NEW CANAAN — The Arab girls had gone shopping last week while the Jewish girls were observing Yom Kippur. When it was time for this amazing group of young athletes to meet up, Jenan Maharmeh stepped inside the Connecticut synagogue.
Had she ever been inside one?
“Oh, no,” Jenan, 17, said. “Never.”
“In Israel, it would never happen,” Noga Tal, 15, said.
The two, a Palestinian Muslim and Israeli Jew, live seven minutes away from each other in Jerusalem.
At a prep school gymnasium tucked near the border of Connecticut and New York, this was a night where we would find young women unburdened by centuries-old hatred and mistrust. Where we would be buoyed by the possibilities of the future. This was a night when we could begin to appreciate, yes, the power of sports.
The PeacePlayers Middle East All-Stars played the St. Luke’s girls team. And it was beautiful.
“Jenan and I speak a common language,” Noga said. “It’s basketball.”
Brian Kriftcher had worked in business for 20 years when he decided to devote himself fully to a lofty cause. He is the global chairman of the board of directors for PeacePlayers International and founder of Stamford Peace Youth Foundation. He recently succeeded the legendary Mike Walsh as head basketball coach at Trinity Catholic.
“I’ve been able to cobble this life using basketball as a positive influence,” Kriftcher said.
The purpose of PeacePlayers is to bring kids together in conflict regions around the world. There are programs in the Middle East, South Africa, Northern Ireland. Nike funded PeacePlayers a few years ago to do fulltime projects in Brooklyn, Detroit and Baltimore.
“To bring kids and police departments together,” Kriftcher said. “To bring kids from rival housing projects creating constructive outlets with this methodology combining basketball and helping kids to see each other as people as opposed to objects and competitors.”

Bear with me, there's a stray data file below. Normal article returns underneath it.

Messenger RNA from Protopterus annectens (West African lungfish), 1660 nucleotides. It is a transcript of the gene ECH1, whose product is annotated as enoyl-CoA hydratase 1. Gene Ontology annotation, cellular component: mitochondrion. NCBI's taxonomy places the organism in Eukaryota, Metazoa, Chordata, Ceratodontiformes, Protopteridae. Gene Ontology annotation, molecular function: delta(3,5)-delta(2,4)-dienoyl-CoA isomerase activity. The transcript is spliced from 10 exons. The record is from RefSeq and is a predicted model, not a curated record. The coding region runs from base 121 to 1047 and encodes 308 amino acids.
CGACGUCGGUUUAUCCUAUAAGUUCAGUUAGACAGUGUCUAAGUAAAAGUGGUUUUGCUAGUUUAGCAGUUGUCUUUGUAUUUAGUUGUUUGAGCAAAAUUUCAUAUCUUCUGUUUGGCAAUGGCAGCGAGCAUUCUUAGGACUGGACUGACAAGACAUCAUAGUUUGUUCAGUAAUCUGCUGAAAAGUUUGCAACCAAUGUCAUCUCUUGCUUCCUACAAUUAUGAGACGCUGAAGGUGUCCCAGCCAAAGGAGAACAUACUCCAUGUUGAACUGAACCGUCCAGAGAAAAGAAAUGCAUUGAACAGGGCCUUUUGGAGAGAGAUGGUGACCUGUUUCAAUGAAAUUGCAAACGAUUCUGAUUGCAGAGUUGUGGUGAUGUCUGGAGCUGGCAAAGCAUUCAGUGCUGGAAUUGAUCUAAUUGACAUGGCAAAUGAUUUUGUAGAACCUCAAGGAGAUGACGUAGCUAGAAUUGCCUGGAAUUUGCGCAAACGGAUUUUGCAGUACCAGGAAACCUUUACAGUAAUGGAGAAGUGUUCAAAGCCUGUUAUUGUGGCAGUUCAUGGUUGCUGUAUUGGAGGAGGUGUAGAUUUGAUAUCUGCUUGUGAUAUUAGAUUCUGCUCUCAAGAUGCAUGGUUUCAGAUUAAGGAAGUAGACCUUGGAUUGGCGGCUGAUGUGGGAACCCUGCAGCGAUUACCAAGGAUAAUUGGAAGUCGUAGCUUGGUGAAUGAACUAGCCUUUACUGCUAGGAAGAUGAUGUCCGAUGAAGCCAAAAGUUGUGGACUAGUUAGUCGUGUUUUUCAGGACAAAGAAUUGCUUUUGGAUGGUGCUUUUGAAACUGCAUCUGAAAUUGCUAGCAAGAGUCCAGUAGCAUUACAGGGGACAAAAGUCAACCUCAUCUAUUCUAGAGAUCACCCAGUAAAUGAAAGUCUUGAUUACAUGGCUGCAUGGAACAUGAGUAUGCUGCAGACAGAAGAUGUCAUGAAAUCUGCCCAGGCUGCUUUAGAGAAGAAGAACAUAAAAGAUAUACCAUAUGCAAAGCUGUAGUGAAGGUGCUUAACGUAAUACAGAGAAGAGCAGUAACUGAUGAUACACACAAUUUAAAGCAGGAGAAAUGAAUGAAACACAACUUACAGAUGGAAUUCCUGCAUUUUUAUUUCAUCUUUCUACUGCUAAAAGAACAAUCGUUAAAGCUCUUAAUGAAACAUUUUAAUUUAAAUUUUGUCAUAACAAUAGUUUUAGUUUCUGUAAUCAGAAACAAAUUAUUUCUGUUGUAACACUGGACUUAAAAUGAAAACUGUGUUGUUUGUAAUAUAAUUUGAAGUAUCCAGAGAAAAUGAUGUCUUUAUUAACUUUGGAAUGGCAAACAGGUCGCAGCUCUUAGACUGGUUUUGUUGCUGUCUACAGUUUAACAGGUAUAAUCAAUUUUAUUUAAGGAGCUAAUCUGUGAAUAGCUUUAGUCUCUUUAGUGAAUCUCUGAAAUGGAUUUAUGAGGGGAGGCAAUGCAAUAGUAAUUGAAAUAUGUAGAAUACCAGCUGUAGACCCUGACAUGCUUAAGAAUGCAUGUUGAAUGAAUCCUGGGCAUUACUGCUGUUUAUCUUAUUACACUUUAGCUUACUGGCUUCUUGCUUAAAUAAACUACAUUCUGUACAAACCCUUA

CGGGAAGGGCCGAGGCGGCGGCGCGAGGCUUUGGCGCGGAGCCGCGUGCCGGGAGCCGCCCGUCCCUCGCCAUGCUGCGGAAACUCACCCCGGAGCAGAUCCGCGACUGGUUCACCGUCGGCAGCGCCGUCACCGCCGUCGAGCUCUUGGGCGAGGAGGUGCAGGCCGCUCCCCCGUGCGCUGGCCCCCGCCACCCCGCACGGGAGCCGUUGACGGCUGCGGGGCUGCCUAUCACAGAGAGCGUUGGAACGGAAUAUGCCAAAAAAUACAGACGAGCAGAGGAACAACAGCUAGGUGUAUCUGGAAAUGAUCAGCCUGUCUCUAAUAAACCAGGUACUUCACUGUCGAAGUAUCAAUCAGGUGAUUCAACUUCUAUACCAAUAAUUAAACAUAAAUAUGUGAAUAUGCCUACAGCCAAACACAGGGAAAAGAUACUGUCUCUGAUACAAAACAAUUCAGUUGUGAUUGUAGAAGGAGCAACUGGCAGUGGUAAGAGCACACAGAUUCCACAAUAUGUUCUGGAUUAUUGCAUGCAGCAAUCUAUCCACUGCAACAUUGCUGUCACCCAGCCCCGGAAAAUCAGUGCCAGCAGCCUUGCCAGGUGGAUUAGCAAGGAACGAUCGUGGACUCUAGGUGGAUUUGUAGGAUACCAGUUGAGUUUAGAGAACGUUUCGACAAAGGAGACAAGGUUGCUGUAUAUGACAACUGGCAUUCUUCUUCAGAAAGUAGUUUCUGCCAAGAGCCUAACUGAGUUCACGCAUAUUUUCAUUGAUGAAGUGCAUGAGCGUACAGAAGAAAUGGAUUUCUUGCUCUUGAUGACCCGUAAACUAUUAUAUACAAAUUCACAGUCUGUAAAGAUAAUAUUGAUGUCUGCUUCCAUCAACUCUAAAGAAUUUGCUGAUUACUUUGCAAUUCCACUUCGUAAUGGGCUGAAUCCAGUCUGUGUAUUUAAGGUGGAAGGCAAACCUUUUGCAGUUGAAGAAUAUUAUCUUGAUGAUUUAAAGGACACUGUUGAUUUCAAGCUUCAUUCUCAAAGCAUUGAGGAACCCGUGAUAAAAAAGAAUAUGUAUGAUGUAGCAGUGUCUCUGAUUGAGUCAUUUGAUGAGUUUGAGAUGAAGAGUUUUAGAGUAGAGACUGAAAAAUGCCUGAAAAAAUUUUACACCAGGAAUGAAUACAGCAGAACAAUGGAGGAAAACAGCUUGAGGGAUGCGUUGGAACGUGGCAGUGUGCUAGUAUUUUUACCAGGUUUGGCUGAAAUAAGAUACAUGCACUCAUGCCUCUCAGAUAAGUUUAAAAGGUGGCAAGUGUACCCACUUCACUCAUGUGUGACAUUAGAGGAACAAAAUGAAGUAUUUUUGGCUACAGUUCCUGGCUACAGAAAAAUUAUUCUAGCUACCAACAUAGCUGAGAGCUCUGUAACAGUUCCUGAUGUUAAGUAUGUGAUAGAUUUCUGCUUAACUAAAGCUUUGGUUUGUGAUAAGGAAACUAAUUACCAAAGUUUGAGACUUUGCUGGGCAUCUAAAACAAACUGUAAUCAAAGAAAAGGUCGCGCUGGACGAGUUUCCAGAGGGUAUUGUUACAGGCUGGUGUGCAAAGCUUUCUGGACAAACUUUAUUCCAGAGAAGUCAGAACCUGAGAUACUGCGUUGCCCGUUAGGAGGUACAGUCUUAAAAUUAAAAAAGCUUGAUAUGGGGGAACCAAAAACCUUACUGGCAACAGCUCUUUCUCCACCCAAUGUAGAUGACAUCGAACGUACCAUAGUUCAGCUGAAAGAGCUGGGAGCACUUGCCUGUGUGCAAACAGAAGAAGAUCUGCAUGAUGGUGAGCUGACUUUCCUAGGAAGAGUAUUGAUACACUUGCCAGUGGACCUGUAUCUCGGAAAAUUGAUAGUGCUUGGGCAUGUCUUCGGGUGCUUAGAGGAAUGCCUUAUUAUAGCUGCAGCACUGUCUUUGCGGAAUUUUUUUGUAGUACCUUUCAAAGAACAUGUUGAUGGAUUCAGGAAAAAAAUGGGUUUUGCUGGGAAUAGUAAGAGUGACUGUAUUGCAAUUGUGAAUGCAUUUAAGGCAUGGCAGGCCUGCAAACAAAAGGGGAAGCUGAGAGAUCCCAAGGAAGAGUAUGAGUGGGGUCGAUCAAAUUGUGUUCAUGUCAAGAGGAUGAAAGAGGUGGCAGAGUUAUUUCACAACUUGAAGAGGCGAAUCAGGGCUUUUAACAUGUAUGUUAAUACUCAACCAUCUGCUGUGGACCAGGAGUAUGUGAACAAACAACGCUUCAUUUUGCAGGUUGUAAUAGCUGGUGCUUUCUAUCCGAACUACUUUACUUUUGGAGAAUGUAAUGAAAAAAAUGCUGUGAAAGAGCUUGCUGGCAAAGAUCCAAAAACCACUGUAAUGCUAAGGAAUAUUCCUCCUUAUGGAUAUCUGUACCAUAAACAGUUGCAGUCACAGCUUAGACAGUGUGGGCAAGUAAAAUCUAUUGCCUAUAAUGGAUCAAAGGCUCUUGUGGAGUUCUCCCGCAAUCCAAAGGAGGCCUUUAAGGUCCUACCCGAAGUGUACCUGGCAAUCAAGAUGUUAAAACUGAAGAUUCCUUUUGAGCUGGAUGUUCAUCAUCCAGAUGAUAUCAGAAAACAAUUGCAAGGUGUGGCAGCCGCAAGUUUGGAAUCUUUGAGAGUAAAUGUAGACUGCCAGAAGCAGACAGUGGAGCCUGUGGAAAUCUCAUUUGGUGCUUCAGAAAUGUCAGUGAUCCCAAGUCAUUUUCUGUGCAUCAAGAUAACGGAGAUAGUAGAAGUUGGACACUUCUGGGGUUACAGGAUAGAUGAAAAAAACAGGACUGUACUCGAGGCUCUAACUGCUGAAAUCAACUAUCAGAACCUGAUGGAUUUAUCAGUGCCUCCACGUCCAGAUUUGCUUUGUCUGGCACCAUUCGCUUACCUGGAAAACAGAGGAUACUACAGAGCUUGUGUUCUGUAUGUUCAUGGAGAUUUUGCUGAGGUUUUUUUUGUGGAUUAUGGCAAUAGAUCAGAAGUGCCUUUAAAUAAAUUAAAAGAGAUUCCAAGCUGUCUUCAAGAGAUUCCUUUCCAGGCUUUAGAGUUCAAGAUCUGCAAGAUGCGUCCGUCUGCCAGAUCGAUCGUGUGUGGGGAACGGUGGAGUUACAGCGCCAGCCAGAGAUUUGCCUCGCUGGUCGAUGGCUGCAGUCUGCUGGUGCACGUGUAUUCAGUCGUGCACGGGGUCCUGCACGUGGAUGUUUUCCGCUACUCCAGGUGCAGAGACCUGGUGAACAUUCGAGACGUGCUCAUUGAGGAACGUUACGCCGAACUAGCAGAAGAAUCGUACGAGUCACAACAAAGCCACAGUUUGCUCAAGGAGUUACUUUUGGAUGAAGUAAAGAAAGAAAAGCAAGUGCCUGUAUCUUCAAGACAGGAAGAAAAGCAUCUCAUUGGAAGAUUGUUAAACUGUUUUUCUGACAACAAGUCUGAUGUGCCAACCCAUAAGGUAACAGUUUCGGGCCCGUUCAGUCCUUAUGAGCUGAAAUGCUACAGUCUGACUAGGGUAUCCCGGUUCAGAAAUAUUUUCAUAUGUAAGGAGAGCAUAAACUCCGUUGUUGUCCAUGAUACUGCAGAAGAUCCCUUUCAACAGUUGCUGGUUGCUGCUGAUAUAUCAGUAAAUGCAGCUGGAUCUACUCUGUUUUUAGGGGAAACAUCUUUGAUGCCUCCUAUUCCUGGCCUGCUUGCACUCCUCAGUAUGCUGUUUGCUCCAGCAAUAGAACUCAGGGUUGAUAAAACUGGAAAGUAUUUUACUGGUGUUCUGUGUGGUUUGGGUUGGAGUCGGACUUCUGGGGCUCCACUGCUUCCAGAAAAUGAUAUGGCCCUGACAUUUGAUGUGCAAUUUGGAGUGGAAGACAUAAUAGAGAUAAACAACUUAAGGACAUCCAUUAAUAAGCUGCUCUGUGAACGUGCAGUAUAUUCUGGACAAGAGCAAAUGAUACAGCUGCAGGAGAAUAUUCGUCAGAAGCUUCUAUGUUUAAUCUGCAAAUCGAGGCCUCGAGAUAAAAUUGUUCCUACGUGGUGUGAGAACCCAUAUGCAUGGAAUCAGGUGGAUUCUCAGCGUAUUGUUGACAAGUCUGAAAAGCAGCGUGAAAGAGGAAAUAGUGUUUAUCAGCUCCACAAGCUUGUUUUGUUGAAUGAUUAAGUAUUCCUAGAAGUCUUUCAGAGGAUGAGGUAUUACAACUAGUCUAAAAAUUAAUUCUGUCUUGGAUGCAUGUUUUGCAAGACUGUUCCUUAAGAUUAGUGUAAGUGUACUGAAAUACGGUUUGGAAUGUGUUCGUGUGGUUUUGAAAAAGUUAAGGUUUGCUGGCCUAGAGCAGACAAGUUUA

The Players’ Tribune hosted “A Night of Unity” last week at Canoe Studios in Manhattan for the benefit of PeacePlayers and Mentor. Jay Wright and Bill Russell were the honorary co-chairs. The night was designed to showcase the work of PeacePlayers, which has the only mixed team of Arabs and Jews in the Israel pro ranks.
“We were in the Middle East at the end of July and one of the board members said, ‘Let’s bring over these 11 girls who have been with the program for several years,’ ” Kriftcher said. “They were getting an award and we’re like let’s bring them over to get it in person and spread the word. With so much work overseas, it’s hard to get people to truly bear witness to what they are doing.”
Kriftcher coached at St. Luke’s. He reached out to Matt Ward, the school’s dean of students and girls basketball coach. Ward was all in. So here we were on this September night for this exhibition of basketball and real life opportunity to learn about each other.
“The essence of the program is that kids that play together can learn to live together,” Kriftcher said. “A night like this is a positive in breaking down the stigma associated with the Middle East.
“Not all Palestinians are terrorists. Not all Jews are occupiers. The kids just want to live and develop these really close friendships through basketball that they never would have had any interaction with.”